• [0013]
    If the magnitude of the load connected to the output terminal 7 of the switching power supply circuit is constant at this time, then the error signal Verr is also constant and an on-width of the switching element 4 is time from a point at which the sawtooth signal starts from a reference value to a point at which the sawtooth signal reaches the error signal Verr. Therefore, the on-width is controlled so that it will be constant. However, alternating voltage is inputted to the switching power supply circuit, so voltage across the primary inductor 3 changes according to the phase angle. As a result, the slope of the inductor current IL which flows through the primary inductor 3 of the transformer T changes according to input voltage. The peak value of the inductor current, that is to say, a current value at the timing at which the switching element 4 turns off is proportional to the alternating input voltage and the power factor is improved.
  • [0014]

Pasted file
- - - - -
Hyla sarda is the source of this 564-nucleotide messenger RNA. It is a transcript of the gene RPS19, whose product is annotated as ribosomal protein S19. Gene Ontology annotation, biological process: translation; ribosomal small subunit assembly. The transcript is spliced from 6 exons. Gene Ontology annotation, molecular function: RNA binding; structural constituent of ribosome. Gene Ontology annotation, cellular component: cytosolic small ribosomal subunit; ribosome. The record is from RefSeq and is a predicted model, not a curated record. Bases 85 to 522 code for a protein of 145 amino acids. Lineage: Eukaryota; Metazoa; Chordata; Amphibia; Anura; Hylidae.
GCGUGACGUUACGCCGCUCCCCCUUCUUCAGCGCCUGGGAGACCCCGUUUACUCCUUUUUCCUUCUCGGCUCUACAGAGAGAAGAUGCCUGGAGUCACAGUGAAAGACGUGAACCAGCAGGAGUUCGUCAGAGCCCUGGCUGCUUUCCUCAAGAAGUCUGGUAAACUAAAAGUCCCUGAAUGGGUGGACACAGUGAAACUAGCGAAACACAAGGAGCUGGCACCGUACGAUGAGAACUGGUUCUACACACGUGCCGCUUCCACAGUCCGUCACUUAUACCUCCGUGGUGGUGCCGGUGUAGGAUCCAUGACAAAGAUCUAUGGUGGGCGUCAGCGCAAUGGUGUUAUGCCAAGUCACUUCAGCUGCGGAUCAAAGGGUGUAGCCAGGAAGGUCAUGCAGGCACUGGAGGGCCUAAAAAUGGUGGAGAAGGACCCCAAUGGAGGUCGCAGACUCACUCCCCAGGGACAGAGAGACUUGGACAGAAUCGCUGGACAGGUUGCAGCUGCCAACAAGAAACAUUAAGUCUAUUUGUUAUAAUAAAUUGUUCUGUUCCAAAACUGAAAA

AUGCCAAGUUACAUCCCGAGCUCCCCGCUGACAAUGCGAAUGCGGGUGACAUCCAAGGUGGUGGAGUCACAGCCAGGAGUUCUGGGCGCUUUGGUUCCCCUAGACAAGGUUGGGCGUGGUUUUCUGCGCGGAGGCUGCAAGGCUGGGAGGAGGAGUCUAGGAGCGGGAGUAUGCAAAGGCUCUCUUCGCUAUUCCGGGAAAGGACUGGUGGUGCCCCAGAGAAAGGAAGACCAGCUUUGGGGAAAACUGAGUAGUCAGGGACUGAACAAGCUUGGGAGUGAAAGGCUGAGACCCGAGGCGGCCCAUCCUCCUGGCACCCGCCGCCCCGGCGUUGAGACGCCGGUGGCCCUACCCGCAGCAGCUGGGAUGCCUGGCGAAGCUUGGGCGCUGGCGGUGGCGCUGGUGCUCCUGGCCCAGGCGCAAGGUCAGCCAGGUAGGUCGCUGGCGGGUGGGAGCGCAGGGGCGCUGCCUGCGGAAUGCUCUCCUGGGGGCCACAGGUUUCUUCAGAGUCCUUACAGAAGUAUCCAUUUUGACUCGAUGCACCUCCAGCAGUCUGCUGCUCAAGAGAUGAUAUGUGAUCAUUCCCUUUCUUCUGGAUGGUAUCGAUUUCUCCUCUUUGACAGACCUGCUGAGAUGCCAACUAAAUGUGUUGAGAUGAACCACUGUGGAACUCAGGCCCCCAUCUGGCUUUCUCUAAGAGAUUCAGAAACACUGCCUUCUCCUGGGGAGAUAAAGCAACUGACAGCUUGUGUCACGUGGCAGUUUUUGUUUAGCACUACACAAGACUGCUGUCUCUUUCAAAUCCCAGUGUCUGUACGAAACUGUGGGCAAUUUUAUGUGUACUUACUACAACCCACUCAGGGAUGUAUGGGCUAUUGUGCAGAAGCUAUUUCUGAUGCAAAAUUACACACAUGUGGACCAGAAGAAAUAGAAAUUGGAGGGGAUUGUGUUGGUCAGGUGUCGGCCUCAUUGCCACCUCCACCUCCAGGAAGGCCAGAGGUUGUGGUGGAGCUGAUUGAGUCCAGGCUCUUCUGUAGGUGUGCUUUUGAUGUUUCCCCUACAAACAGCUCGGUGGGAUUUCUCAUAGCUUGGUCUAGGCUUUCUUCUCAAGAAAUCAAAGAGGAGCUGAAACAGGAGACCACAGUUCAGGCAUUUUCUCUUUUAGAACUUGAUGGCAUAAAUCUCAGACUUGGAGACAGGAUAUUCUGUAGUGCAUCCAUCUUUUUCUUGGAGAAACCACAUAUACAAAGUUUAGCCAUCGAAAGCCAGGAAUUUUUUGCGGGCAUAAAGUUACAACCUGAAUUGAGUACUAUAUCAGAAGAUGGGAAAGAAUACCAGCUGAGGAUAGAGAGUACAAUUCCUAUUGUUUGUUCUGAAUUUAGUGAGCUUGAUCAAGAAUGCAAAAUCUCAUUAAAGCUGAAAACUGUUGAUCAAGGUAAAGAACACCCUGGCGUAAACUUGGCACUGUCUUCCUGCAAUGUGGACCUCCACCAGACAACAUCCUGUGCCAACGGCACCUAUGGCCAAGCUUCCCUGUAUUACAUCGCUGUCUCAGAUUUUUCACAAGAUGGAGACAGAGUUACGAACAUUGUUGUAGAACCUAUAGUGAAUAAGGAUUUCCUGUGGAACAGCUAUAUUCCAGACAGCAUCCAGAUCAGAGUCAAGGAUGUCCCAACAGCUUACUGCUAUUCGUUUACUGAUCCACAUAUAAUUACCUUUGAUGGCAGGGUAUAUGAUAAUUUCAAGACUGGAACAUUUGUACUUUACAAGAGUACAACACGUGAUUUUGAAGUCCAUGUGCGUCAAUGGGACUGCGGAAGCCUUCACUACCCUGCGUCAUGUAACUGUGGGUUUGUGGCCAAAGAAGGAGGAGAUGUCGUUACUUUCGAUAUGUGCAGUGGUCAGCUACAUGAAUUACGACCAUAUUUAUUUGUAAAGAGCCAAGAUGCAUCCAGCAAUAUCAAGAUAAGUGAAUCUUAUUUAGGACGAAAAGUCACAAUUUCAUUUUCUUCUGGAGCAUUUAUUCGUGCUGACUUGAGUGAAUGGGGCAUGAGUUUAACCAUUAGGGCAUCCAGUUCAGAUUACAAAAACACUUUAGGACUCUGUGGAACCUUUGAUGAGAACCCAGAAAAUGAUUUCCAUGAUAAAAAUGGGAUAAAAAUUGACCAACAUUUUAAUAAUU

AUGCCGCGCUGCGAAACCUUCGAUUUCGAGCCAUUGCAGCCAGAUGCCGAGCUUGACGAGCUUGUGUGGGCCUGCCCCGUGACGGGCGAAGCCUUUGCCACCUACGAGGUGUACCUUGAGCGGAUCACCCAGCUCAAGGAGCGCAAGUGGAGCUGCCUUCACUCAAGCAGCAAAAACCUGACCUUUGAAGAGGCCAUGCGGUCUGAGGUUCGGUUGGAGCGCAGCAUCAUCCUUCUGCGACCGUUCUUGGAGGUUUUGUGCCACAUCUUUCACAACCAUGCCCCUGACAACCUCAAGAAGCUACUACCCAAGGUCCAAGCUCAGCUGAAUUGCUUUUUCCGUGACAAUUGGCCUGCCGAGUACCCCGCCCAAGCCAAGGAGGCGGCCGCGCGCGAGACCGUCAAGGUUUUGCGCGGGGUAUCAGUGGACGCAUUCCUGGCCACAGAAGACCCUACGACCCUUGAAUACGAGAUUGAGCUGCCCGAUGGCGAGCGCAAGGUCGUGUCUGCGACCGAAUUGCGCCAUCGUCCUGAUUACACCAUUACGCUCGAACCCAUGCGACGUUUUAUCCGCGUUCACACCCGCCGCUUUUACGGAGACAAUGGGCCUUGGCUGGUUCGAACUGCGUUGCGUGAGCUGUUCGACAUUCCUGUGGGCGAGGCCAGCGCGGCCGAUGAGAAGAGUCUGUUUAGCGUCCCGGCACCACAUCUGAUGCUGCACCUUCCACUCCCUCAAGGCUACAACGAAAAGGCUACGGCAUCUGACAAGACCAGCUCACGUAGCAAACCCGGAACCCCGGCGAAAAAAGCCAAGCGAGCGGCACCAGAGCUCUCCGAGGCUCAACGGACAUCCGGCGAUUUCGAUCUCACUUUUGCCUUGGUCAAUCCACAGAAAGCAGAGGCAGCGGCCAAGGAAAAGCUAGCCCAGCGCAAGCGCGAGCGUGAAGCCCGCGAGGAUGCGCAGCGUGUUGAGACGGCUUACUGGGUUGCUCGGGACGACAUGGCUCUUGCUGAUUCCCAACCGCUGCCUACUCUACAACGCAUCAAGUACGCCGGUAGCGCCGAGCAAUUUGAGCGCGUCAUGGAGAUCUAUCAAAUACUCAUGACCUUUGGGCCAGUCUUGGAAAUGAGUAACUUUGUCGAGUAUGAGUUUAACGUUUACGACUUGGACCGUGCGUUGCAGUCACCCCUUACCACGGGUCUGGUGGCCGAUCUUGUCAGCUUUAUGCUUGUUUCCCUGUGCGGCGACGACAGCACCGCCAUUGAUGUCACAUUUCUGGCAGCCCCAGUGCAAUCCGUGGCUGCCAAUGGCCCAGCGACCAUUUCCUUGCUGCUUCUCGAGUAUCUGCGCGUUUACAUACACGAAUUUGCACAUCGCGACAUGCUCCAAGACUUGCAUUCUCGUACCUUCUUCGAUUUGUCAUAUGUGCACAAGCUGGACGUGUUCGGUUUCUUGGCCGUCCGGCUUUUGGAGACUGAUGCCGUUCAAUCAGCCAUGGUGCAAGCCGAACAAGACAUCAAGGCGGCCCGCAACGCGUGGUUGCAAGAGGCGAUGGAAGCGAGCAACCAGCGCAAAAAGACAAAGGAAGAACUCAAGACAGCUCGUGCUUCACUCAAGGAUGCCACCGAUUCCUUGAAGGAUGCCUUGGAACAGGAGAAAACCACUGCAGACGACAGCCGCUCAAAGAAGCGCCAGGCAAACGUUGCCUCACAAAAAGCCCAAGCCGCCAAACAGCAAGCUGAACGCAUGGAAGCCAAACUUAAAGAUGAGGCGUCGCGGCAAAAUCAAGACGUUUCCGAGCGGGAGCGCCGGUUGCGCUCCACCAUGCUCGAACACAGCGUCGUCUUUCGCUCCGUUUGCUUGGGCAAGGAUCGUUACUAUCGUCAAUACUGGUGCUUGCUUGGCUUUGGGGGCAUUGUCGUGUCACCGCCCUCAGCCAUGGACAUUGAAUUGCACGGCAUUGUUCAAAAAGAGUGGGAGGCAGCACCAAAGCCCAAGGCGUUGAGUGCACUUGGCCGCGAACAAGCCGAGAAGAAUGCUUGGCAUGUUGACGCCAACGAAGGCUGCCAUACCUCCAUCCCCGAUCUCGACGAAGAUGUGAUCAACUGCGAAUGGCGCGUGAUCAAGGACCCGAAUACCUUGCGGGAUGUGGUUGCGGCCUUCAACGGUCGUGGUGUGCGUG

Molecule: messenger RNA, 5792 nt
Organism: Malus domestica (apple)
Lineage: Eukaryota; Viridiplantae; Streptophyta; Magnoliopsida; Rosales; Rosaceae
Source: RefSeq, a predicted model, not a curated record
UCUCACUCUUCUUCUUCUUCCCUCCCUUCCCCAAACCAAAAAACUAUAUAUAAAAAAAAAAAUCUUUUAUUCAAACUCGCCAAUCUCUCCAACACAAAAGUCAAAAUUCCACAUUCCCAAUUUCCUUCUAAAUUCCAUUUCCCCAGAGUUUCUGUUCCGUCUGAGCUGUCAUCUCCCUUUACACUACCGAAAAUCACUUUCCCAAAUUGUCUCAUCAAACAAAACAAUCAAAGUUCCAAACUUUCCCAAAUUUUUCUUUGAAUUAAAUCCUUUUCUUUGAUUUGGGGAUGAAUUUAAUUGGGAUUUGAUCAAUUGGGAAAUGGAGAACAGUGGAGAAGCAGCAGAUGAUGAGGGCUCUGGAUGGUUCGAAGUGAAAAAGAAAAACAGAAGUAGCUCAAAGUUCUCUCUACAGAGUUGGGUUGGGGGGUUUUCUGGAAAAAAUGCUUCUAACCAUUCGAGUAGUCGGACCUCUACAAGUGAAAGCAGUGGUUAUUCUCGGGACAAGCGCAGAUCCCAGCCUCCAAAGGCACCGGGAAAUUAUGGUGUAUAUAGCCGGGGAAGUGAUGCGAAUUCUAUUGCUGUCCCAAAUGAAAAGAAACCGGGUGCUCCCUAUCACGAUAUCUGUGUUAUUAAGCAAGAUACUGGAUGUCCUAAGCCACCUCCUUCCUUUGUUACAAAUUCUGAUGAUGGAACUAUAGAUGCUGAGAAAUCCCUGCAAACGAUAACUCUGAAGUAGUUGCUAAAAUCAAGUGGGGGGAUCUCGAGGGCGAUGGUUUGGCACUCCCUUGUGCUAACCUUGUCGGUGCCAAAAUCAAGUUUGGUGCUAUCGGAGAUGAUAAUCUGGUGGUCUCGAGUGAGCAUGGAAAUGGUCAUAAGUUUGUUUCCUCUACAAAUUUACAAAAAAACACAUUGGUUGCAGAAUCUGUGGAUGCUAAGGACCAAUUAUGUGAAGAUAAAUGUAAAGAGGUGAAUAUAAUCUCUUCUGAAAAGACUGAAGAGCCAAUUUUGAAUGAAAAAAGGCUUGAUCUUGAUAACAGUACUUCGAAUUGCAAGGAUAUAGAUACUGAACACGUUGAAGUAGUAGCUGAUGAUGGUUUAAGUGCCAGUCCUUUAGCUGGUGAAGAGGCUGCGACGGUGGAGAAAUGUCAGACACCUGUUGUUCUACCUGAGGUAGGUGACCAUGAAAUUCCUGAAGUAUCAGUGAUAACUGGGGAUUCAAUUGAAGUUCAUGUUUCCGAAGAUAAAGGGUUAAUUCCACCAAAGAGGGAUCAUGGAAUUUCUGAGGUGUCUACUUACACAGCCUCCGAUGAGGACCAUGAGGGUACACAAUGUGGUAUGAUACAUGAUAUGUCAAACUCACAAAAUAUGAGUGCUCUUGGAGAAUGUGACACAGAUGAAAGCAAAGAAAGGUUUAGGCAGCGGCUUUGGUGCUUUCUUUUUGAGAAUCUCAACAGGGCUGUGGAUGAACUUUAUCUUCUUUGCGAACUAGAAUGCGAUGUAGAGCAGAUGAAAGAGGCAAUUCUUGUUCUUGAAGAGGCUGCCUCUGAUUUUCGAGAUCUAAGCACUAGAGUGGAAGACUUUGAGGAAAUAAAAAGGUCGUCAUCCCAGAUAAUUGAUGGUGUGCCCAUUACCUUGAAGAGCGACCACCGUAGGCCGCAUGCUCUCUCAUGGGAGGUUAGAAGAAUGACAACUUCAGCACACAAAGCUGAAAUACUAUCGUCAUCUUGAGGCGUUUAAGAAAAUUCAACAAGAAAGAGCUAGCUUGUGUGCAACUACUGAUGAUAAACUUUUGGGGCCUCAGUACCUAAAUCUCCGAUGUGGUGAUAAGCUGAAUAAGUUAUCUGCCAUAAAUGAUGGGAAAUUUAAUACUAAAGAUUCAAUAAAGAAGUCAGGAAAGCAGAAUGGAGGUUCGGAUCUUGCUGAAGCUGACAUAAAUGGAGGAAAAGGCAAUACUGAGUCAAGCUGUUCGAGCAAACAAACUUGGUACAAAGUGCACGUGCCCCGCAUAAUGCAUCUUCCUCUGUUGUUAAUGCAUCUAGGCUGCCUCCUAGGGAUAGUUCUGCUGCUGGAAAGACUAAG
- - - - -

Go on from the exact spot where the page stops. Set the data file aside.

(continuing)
Control methods by power factor controllers are broadly divided into two methods: a continuous current control method and a critical current control method. The above fixed on-width control method belongs to the critical current control method. With the critical current control method, timing at which inductor current IL that flows through an inductor (corresponding to the inductor 3 illustrated in FIG. 13) becomes zero is detected and a switching element is turned on at that timing. The critical current control method detects that the inductor current IL becomes zero, and turns on the switching element 4. Accordingly, soft switching can be realized. Compared with the continuous current control method by which hard switching is realized, turn-on loss is small and efficiency is high. With the critical current control method, on the other hand, the peak value of the inductor current IL is high compared with the continuous current control method. As a result, it is necessary to increase the current capacity of the inductor. Therefore, the critical current control method is used by a power factor controller the power consumption of which is low, for example, about 250 W or less, and is not suitable for a power factor controller the power consumption of which is higher than 250 W.